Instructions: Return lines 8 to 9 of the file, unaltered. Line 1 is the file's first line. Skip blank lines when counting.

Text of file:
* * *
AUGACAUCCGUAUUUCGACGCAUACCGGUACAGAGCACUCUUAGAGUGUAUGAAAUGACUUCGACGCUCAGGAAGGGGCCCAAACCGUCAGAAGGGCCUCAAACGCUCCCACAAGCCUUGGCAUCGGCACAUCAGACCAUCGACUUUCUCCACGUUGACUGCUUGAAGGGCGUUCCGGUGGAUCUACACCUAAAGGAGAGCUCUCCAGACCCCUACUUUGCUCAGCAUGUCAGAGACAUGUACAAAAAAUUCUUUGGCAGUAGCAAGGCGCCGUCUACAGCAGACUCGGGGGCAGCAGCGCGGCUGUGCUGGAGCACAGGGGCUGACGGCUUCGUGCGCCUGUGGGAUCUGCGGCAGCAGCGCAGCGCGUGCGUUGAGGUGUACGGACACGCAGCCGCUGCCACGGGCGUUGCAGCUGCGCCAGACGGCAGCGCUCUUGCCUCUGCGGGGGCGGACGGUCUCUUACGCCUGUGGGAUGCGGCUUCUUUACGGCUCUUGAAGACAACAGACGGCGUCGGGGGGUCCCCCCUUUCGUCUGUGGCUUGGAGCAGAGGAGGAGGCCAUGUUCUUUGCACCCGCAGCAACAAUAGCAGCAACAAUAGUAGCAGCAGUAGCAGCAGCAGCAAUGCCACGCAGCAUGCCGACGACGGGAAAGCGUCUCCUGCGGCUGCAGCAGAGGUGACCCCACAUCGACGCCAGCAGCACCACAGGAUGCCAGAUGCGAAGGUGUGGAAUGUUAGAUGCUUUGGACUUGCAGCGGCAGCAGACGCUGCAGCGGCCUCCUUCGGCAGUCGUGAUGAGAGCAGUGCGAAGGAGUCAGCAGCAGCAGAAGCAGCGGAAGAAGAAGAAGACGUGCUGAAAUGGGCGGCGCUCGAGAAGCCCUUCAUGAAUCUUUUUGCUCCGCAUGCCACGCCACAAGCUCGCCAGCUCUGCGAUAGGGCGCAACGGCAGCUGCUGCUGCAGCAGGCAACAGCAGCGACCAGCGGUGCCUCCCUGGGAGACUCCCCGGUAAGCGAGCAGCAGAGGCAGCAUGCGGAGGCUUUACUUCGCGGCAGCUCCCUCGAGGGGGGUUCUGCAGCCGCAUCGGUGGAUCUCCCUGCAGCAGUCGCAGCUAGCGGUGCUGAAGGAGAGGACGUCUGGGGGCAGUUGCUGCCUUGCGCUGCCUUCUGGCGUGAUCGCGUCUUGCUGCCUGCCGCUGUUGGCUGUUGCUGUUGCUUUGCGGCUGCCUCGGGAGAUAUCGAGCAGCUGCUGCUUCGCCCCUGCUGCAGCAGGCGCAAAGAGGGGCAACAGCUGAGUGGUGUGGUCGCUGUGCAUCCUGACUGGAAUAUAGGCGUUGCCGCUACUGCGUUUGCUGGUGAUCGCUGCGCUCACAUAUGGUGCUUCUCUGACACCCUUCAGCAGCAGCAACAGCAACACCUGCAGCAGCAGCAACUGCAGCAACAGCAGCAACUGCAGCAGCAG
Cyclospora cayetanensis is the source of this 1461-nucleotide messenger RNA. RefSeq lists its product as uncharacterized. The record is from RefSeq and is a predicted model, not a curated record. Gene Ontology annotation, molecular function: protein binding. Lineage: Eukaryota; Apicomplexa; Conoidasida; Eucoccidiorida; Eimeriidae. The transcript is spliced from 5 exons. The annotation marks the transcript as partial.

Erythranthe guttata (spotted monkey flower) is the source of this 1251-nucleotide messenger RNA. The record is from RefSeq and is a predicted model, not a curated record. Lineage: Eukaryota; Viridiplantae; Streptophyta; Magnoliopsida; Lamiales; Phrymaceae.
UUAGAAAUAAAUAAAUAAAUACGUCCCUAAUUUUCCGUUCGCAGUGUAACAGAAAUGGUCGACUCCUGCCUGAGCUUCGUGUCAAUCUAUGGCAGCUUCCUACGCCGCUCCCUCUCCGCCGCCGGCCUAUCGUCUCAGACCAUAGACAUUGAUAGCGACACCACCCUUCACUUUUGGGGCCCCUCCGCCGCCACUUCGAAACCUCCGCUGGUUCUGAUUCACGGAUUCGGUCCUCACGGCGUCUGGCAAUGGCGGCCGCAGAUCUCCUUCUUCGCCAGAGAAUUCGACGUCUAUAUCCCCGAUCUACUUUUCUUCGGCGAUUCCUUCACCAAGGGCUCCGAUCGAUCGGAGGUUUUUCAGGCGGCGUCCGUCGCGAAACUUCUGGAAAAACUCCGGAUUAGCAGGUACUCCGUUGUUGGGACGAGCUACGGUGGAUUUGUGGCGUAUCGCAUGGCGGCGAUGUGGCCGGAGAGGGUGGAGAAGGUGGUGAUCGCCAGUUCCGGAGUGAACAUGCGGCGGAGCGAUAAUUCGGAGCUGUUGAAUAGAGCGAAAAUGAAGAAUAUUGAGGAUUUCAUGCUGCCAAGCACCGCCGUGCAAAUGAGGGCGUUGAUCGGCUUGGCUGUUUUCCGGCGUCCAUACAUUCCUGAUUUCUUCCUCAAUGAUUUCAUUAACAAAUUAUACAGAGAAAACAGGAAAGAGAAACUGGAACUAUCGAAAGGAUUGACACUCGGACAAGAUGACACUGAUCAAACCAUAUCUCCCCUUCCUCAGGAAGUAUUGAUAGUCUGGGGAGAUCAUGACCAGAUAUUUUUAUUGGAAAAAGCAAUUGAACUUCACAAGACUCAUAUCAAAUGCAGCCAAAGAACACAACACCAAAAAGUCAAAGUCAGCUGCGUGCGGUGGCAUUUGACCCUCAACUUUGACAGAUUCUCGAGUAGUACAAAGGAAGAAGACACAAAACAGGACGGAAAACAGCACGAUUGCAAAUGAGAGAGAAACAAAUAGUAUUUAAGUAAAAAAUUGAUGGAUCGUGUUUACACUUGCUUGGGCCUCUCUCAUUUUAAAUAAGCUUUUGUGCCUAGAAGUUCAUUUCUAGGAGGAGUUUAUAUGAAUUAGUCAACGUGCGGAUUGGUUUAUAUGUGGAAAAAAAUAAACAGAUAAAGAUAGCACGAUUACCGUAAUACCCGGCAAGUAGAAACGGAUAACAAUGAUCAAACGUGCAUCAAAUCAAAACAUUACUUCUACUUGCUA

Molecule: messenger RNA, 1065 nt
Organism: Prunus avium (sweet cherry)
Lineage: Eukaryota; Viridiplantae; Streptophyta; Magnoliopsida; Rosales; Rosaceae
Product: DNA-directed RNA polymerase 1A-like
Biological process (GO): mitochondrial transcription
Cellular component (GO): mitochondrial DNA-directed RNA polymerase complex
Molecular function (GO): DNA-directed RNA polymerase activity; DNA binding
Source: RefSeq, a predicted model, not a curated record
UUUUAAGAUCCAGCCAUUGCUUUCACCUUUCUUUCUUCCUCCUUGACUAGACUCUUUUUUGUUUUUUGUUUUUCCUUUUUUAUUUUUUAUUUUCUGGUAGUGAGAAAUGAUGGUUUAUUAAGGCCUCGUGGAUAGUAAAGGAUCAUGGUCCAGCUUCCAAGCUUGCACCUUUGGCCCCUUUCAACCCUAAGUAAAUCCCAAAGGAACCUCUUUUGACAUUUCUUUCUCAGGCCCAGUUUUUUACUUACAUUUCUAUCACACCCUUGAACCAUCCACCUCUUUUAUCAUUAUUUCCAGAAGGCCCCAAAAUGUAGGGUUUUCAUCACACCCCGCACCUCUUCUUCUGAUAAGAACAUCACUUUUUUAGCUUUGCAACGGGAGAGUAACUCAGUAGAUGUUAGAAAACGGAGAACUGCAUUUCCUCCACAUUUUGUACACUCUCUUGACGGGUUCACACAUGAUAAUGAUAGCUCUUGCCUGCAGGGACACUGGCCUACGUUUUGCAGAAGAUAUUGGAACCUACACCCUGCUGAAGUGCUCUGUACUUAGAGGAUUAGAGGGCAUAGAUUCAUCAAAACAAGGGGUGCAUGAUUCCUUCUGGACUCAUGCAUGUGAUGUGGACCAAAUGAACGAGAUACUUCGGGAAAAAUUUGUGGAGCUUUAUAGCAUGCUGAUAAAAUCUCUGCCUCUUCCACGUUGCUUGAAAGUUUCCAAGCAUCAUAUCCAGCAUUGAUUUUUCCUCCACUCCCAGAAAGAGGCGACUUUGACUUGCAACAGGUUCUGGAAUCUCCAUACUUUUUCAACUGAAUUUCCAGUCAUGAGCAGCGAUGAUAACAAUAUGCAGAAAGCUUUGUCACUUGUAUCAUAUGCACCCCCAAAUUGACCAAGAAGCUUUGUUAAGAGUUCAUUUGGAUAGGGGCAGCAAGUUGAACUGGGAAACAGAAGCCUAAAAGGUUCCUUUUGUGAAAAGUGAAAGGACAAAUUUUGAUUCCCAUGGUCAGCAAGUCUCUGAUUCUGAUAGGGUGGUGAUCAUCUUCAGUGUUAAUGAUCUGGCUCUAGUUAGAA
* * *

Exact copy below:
Product: DNA-directed RNA polymerase 1A-like
Biological process (GO): mitochondrial transcription